It doesn’t exactly help though that the new Washington State OC most recently reigned over one of the pass-happiest attacks in the country at Western Kentucky. The Cougars are looking to throw the ball around 70% of the time which doesn’t limits the opportunities available for their most experienced position group.

Wide Receiver- 277.1 (10th)

Starters- Kyle Williams (73.1), Josh Kelly (69.2), Isaiah Hamilton (59.7)

Reserves- Orion Peters (59.4), Lincoln Victor (52.7), Leyton Smithson (50.7), Tsion Nunnally (45.7), CJ Moore (41.3), DT Sheffield (37.5)

The Cougars got rocked hard by the transfer portal losing 2 of their top-3 wideouts and having the other in that group run out of eligibility. They tried to make up for it by bringing in a trio from the Mountain West with Kyle Williams (UNLV), Josh Kelly (Fresno State), and Isaiah Hamilton (SJSU). You’ll notice that grouping makes up the top-3 in my talent scores since each got substantial playing time at their last stop.

That’s in contrast to the returners who have 13 combined starts to their name led by Leyton Smithson who tied for 4th on last year’s team with 30 catches for a total of 235 yards as a true freshman. The name to watch out for is new JUCO transfer DT Sheffield out of Northwest Mississippi Community College. He had 3 catches for 121 yards in WSU’s spring game and has an inside track for the starting slot receiver job. “Big Play Bob” Ferrell was a great underrated find for the Cougs last year and Sheffield is a similar size and is preseason 4th team all-conference by Phil Steele despite what my ranking system says.

Tight End- 60.7 (12th)

Starter- Andre Dollar (43.5)

Reserves- Trey Leckner (34.4), Billy Riviere (27.1)

This was essentially a defunct position when Mike Leach was in town and last year Riviere became the first Cougar tight end to catch a pass in almost a decade. The transfer from North Dakota has by far the most experience but it’s hard to say that he has been much of an impact player. You can’t really say that about any of these tight ends considering the Cougars often started out of a 4 WR set. But the differentiator in my system is that Dollar was a borderline 4-star recruit in the class of 2022 and that gives him a leg up projecting forward. Not a shock to see this position group last in the conference.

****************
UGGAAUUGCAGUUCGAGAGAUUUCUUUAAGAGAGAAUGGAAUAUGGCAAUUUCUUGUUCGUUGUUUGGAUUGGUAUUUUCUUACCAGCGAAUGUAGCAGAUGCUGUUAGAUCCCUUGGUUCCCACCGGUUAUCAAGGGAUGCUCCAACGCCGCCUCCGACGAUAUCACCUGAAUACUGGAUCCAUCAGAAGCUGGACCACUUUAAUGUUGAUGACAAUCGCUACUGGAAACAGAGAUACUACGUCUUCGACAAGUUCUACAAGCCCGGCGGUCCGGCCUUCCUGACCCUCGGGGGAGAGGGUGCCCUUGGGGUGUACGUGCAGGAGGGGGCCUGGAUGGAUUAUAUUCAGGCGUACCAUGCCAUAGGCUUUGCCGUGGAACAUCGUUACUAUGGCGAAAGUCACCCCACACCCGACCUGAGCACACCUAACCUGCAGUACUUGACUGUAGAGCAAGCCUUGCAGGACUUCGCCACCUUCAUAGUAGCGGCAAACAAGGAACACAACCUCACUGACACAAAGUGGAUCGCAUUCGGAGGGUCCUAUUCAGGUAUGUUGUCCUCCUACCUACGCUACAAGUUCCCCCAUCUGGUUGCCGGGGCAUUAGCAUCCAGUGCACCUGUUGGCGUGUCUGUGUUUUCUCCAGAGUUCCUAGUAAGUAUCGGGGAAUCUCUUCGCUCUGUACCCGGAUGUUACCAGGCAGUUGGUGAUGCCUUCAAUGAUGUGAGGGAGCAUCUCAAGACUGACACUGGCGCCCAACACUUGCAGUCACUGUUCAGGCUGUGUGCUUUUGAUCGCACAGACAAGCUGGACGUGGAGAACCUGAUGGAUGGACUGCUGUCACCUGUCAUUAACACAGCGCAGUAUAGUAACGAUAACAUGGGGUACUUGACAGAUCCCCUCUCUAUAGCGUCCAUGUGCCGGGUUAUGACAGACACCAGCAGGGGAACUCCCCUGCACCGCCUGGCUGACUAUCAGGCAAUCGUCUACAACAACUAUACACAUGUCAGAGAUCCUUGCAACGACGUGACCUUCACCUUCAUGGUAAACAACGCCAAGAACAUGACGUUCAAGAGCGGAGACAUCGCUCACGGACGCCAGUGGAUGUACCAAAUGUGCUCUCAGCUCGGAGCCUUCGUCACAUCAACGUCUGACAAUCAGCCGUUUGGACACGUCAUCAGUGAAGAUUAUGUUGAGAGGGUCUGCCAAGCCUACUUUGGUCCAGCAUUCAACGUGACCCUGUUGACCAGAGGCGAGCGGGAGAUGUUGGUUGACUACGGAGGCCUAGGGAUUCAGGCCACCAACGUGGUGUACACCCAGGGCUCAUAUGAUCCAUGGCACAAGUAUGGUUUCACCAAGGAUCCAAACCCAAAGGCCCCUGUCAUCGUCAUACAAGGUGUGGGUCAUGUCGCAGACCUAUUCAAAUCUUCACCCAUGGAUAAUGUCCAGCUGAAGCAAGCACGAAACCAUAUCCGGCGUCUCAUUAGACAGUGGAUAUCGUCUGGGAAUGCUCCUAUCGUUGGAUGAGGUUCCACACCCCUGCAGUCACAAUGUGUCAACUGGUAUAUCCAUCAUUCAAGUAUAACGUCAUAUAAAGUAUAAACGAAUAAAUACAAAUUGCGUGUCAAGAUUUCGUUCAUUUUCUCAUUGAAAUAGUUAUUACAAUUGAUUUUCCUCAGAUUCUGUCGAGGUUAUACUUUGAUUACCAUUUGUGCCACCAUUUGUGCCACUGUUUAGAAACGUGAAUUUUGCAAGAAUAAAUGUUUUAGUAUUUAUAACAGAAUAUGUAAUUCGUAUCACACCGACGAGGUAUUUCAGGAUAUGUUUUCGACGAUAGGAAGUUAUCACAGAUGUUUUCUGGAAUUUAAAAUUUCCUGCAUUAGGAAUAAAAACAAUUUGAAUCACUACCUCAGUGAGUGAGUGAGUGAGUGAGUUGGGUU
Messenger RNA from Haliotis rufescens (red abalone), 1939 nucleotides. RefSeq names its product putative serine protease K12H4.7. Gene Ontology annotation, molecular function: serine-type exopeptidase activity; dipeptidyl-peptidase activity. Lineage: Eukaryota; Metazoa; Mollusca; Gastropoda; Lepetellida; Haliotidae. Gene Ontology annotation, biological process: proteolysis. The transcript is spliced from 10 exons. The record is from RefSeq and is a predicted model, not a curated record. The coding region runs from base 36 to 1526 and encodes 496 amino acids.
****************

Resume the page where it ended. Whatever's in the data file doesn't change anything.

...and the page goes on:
Offensive Line- 345.5 (12th)

Starters- C Konner Gomness (59.4), RG Christy Nkanu (57.7), RT Fa’alili Fa’amoe (53.4), LG Christian Hilborn (48.4), Ma’ake Fifita (43.4)

Reserves- Noah Dunham (39.0), LT Esa Pole (38.4), Nathan Pritchard (32.0), Nathan Gates (28.5), Ashton Tripp (28.4)

A note again that my listed starters here are the 5 highest scorers even if some of them play the same position. If the backup right tackle has a higher rating than the starting left guard, the LG gets bumped to reserves above.

What should’ve been WSU’s best returning offensive lineman ended up being a gain for USC as starting LT Jarrett Kingston defected to L.A via the portal. It’s still a pretty experienced group overall. 4 players that have started 7+ games for the Cougars return and they’ve combined for 54 total starts. Add in a multi-year starter transferring up from FCS Southern Utah and that’s seemingly a solid core. So why are they last?

Well, the problem is that they grade out poorly in every category but experience. Gomness was the highest rated recruit of the bunch at 0.853 in the 247 Sports Composite. For context, 13 of the 16 offensive linemen on the Husky roster were more highly rated out of high school. That would be one thing if they were all really great on the field. But the returning 4 starters all finished with PFF grades between 51.0 and 60.3 which puts them squarely in the below average category for Pac-12 starters. Phil Steele is a little higher on them with both Konner Gomness and Fa’alili Fa’amoe making his preseason 4th team all-conference team over Roger Rosengarten among others.

The expected breakthrough player in the group is JUCO transfer Esa Pole who becomes the most highly rated offensive lineman on the roster. He didn’t play football in high school due to his mom being worried about his safety but picked it up at Chabot College and appeared to have the inside track at the left tackle spot during the spring. If he wins the job it’s definitely a high risk/high reward situation for the 6’7, 330-pounder. And given those measurements, maybe his mom was just worried about all the other kids’ safety.

TOTAL DEFENSE- 856.2 (12th)

Defensive Line- 142.2 (12th)

Starters- David Gusta (55.5), Na’im Rodman (50.2)

Reserves- Nusi Malani (42.0), Ty Garay-Harris (31.2), Rashad McKenzie Jr (27.4), Khalil Laufau (26.3), Ansel Din-Mbuh (25.9)

Last year the Cougars relied primarily on a 3-man rotation on the interior and that entire grouping has since graduated. Former Virginia transfer Nusi Malani played the most of the returners with David Gusta next behind him. Those two should be right up there in snaps again. Colorado transfer Na’im Rodman had 17 starts for the Buffs over the past 2 seasons and will at least factor heavily into the rotation even if he doesn’t technically start. The only other player with any experience is Ty Garay-Harris who has been solid when called upon but only has 111 total snaps in 4 seasons.

Edge Rushers- 210.8 (5th)

Starters- Ron Stone Jr (79.9), Brennan Jackson (71.0)

Reserves- Andrew Edson (64.0), Lawrence Falatea (56.0), Quinn Roff (47.4), Raam Stevenson (47.2)